And oh, yeah, Asian American cinema: there were two feature-length works included this year, if you don’t count David Boyle’s taut cross-cultural detective mystery MAN FROM RENO, which may have been produced by a Japanese distributor but was otherwise created by a non-APA producing and writing crew. David Au’s EAT WITH ME, an expansion of sorts of FRESH LIKE STRAWBERRIES, an earlier short film he screened at the Los Angeles Asian Pacific Film Festival back in 2004, wasn’t a perfect film by any stretch of the imagination — I think his producer could have forced him to refine his script and not render a scenario that seemed planted so firmly in a live-theater tableau — yet it remained an audience-pleaser, benefitting in no small part to lead actress Sharon Omi’s performance as Emma, who seeks to escape her bland marriage by moving in with her estranged son Elliot. Yes, I know…the story seems to lift a page straight out of playwright Philip Kan Gotanda’s THE WASH. Nevertheless, EAT WITH ME is an auspicious step up for director Au, marking him as a director to watch out for.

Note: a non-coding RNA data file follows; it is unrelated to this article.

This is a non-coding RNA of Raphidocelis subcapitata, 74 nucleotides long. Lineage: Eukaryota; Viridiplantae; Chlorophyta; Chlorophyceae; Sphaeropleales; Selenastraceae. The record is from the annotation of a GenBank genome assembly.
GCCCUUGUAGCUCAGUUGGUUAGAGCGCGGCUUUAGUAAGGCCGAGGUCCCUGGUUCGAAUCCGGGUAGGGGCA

And siblings Geeta V. and Ravi V. Patel’s MEET THE PATELS turned out to be a hoot. This charming documentary tale of Ravi’s forced immersion into the dating scene (certainly a misnomer here — Ravi’s parents are out to find their son an ideal bride) walks the fine line between triumphant and pathetic, but is fueled by the sibling’s deft storytelling both in front of and behind the camera (as an aside, as of this writing, I learned that MEET THE PATELS earned LAFF’s prestigious Audience Award for Favorite Documentary Feature Film; while MAN FROM RENO was recognized as Best Narrative Feature).